The coronavirus pandemic is highlighting the need for improvement in the way public health and safety messages are communicated to people from all language and cultural backgrounds. So a refugee settlement service in South Australia has collaborated with The University of Adelaide to develop a ground-breaking new approach.
This approach turns normal heath and safety messaging upside-down. Instead, it asks new arrivals what safety concerns they have and uses their experiences to create a campaign. The series uses humour and cultural references to assist in communicating important safety information.
Professor Scott Hanson-Easey, from the University of Adelaide, developed the model with the Australian Refugee Association.
He says this approach could be used to address what he describes as a failure of government health and safety messaging to reach all Australians.
“People like to see their own culture represented and speaking to them and when that happens people listen and feel respected and people often take the information and use the information to be safer. Which keeps their attention, it allows them to want to want to watch the films and receive the information that can help them navigate through some very tricky and sometimes complex systems that we have in Australia. As we've seen over the last year or so, when that’s not done properly, and communities aren’t working together with government or with other agencies, things go particularly wrong."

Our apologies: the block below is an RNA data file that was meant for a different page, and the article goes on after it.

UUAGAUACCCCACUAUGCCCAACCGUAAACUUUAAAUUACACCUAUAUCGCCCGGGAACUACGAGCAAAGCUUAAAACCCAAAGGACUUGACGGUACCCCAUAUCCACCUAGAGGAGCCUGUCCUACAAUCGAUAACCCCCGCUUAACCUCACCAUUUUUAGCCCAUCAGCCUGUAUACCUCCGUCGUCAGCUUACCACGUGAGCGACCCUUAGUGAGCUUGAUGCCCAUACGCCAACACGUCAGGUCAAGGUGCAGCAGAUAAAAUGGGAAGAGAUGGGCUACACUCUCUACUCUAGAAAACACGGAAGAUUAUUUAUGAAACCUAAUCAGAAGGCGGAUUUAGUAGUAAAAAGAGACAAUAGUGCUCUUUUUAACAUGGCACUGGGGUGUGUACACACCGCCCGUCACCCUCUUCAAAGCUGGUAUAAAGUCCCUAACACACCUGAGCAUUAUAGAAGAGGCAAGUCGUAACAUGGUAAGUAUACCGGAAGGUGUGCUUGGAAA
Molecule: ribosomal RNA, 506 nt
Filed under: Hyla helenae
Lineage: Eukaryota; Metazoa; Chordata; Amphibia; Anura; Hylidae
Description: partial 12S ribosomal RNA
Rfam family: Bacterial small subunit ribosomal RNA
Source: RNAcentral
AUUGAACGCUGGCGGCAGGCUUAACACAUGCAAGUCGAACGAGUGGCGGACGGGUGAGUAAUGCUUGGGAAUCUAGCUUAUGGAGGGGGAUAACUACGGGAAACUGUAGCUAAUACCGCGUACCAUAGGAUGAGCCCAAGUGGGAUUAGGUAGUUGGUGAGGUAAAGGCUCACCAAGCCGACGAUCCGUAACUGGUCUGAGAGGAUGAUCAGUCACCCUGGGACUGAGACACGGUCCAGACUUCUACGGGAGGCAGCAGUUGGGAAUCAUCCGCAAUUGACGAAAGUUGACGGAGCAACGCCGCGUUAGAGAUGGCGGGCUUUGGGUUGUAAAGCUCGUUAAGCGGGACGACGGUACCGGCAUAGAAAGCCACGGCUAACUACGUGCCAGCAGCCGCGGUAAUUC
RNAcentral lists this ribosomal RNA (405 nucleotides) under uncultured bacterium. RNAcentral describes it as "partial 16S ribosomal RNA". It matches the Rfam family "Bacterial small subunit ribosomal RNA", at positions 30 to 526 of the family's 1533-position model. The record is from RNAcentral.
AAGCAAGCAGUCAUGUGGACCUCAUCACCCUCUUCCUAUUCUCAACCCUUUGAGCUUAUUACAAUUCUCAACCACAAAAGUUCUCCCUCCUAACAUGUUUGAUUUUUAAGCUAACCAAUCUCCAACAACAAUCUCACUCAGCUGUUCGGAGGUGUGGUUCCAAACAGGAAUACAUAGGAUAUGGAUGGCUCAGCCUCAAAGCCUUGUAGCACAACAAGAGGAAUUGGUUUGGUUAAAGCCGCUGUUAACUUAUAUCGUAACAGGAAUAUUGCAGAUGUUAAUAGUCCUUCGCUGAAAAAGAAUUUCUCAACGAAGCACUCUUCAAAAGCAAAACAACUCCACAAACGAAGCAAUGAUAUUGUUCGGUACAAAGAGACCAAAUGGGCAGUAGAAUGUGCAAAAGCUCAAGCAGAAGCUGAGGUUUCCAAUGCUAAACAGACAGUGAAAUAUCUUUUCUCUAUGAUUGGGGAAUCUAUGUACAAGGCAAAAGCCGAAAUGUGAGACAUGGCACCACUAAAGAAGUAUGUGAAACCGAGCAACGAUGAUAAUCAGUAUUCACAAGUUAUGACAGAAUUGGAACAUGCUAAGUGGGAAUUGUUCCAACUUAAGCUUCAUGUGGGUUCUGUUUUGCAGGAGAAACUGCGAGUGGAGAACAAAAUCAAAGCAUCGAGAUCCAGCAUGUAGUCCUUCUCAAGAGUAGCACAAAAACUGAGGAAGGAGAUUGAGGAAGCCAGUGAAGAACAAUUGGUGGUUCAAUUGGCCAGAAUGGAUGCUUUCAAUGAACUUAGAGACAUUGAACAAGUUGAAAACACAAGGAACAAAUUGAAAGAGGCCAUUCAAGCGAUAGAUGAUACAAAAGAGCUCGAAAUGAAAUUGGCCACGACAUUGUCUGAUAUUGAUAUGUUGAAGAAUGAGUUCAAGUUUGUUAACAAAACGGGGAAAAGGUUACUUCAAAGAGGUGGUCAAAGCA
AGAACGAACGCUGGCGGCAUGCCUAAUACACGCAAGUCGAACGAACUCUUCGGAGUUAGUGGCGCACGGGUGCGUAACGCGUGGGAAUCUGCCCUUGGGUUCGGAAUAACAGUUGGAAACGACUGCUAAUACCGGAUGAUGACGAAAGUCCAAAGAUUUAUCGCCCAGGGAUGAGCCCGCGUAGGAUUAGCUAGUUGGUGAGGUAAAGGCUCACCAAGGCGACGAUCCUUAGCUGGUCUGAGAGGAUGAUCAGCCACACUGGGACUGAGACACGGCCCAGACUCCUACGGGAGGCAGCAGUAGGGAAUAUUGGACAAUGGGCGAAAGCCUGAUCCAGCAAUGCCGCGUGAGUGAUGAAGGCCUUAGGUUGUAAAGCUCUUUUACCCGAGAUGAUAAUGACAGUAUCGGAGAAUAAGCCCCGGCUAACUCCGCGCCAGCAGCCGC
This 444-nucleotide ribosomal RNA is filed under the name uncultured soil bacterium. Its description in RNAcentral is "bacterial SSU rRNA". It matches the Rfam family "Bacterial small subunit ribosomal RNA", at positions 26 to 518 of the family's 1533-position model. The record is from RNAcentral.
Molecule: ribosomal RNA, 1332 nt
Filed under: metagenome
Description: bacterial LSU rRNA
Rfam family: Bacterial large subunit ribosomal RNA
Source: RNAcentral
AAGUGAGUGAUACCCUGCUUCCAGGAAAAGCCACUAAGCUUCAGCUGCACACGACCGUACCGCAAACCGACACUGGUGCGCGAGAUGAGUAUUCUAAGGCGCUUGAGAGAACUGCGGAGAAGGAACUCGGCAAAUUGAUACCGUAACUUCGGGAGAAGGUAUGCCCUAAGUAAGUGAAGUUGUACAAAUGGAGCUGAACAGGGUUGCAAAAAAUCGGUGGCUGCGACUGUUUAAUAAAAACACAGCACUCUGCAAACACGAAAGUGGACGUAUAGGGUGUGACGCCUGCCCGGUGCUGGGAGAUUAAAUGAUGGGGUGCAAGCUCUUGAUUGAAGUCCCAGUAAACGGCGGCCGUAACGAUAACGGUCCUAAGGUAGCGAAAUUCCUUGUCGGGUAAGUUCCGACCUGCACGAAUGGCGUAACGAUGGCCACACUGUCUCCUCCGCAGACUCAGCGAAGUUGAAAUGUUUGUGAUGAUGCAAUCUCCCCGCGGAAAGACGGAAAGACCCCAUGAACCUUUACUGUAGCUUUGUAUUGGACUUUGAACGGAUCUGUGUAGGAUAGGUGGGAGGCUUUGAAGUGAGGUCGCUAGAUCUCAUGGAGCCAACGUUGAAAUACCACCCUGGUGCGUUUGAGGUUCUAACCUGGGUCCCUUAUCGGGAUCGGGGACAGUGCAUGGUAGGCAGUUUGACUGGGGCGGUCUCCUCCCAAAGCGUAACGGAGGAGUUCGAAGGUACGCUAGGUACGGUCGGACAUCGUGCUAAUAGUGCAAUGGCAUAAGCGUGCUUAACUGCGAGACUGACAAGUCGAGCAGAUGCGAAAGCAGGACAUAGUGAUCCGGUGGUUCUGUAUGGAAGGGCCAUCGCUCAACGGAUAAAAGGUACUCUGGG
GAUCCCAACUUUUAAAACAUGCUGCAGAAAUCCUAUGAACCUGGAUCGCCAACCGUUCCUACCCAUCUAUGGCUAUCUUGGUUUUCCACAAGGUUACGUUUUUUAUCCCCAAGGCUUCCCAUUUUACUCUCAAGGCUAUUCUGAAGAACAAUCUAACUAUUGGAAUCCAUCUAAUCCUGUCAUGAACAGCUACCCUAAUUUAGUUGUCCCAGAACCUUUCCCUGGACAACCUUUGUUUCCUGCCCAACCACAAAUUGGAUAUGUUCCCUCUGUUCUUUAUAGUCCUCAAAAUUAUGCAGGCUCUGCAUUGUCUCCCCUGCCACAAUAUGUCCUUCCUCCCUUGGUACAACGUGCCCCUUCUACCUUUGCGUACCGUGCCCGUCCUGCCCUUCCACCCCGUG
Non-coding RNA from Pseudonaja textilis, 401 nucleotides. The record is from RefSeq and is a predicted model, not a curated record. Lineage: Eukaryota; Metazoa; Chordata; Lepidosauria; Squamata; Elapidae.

The Fire Service says there is no statistical data to show refugee communities are more at risk.
“But we certainly do know that their awareness of home fire safety is lower than the average population, just because they haven’t received the education.”
Click this audio button to listen to Ms Kaur's full interview in Punjabi.
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If you are experiencing cold or flu symptoms, stay home and arrange a test by calling your doctor or contact the Coronavirus Health Information Hotline on 1800 020 080. News and information is available in 63 languages at sbs.com.au/coronavirus